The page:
Reverse Logistics: Who should the responsibility of online fashion returns sit with


Returning fashion is a logistics problem

The main culprit of returns is overwhelmingly clothing and accessories, with 75% of all returns falling into this category. As an online retailer, the expectation on you to absorb this cost is a given. Unfortunately, this makes it even harder to compete with larger, fast fashion outlets. However, the frequency of returns can be reduced by putting measures in place on your website that help with returns prevention.

Provide Information to make informed buying decisions

The best way to tackle avoidable returns is to educate and inform your customers before they buy. Many fashion retailers now have tools that suggest the size in a particular item, based on the customer’s provided measurements, or have virtual try on booths. Though this may seem too costly for a smaller brand, there are still measures you can take on your website right now to help reduce returns.

1. Photography

Photography of your items is so important when the physical aspects of shopping are removed, such as handling the item. This may seem an obvious one, but how many times have you ordered an item online, only for it to arrive and look entirely different to the product photograph? You are not alone. In a recent survey, SalesCycle found that 64% of respondents had returned an item due to it not matching the description. That is staggering, and no doubt comes from preventable blunders such as lighting or the context of a photo.

For example, situate an item with other pieces you would find in the scenario for context and sizing, such as styling a longer shirt with just a pair of shoes, so the customer knows they are buying a shirt dress and not a normal shirt. Again, it sounds obvious in fashion, but the context of the item is so important when shopping online as you have to trust that the item you are viewing has been accurately represented, rather than being able to see sizing and colour in person. Some jewellery retailers have found that simply stating the size of a pair of earrings reduces returns; this seems obvious but not all companies adopt this simple fix.

2. Description

That brings us onto another easily-fixed issue – the item description. It may seem laborious and as if you are pointing out the obvious when writing detailed descriptions, but it helps to clear up any ambiguity which could be used as a reason for a return or a refund. This is especially important for those who are partially sighted, and the best way to ensure you are writing detailed enough descriptions is to constantly remind yourself of this: if you cannot picture how an item looks by reading the description, it is not detailed enough.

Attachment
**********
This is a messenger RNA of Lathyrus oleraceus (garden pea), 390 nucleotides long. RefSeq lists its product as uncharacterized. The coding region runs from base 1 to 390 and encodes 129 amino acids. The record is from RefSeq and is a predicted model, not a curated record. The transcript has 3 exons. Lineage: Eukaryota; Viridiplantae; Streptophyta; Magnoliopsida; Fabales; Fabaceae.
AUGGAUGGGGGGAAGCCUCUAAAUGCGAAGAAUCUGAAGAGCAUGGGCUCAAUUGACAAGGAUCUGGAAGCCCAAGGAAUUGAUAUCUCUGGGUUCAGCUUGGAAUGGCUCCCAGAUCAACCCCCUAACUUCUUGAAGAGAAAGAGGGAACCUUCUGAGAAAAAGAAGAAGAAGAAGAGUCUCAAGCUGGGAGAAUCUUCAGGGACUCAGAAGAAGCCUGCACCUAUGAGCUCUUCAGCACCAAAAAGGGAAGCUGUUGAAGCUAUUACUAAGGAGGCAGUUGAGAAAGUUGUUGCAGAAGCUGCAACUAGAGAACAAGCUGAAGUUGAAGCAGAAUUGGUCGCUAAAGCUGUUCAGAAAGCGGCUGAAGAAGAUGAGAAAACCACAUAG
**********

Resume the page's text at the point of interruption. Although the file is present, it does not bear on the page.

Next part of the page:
As mentioned earlier, sizing cues from charts and virtual changing rooms can help customers identify more accurately their sizing. Many smaller sites choose to include a variation of the messaging ‘Unsure what size to order? Please get in touch and we can help’, to also build customer rapport by helping the customer get their size right first time. This outreach from the beginning of their shopping experience can really help to make your brand more personable and set you apart from a larger retailer who leaves the consumer to order three items and then have to return the two that do not fit.

3. Eco impact

Shockingly, 5 billion pounds of waste is generated through returned clothing, both fast fashion and designer. British designer Burberry’s annual accounts showed the brand had burned unsold goods, even if they were in perfect condition, at around £28million worth in 2018 alone. Customers are not made aware of these facts when purchasing, and it would no doubt make some people think twice before overordering intentionally. Including a visible page about your commitment to reducing textiles waste could help inform customers before they make their purchases. Many smaller brands may be cautious to include statements like this with a fear of putting off potential customers. However, it encourages customers to purchase with the intention of keeping what they buy and helps you mitigate costs of returns.

Returns will never be eliminated completely, there will always be faulty items and sometimes mistakes happen in the ordering process. However, by tackling these 3 key areas, you can mitigate the amount of returns your business experiences and lower the costs of returns to your business.

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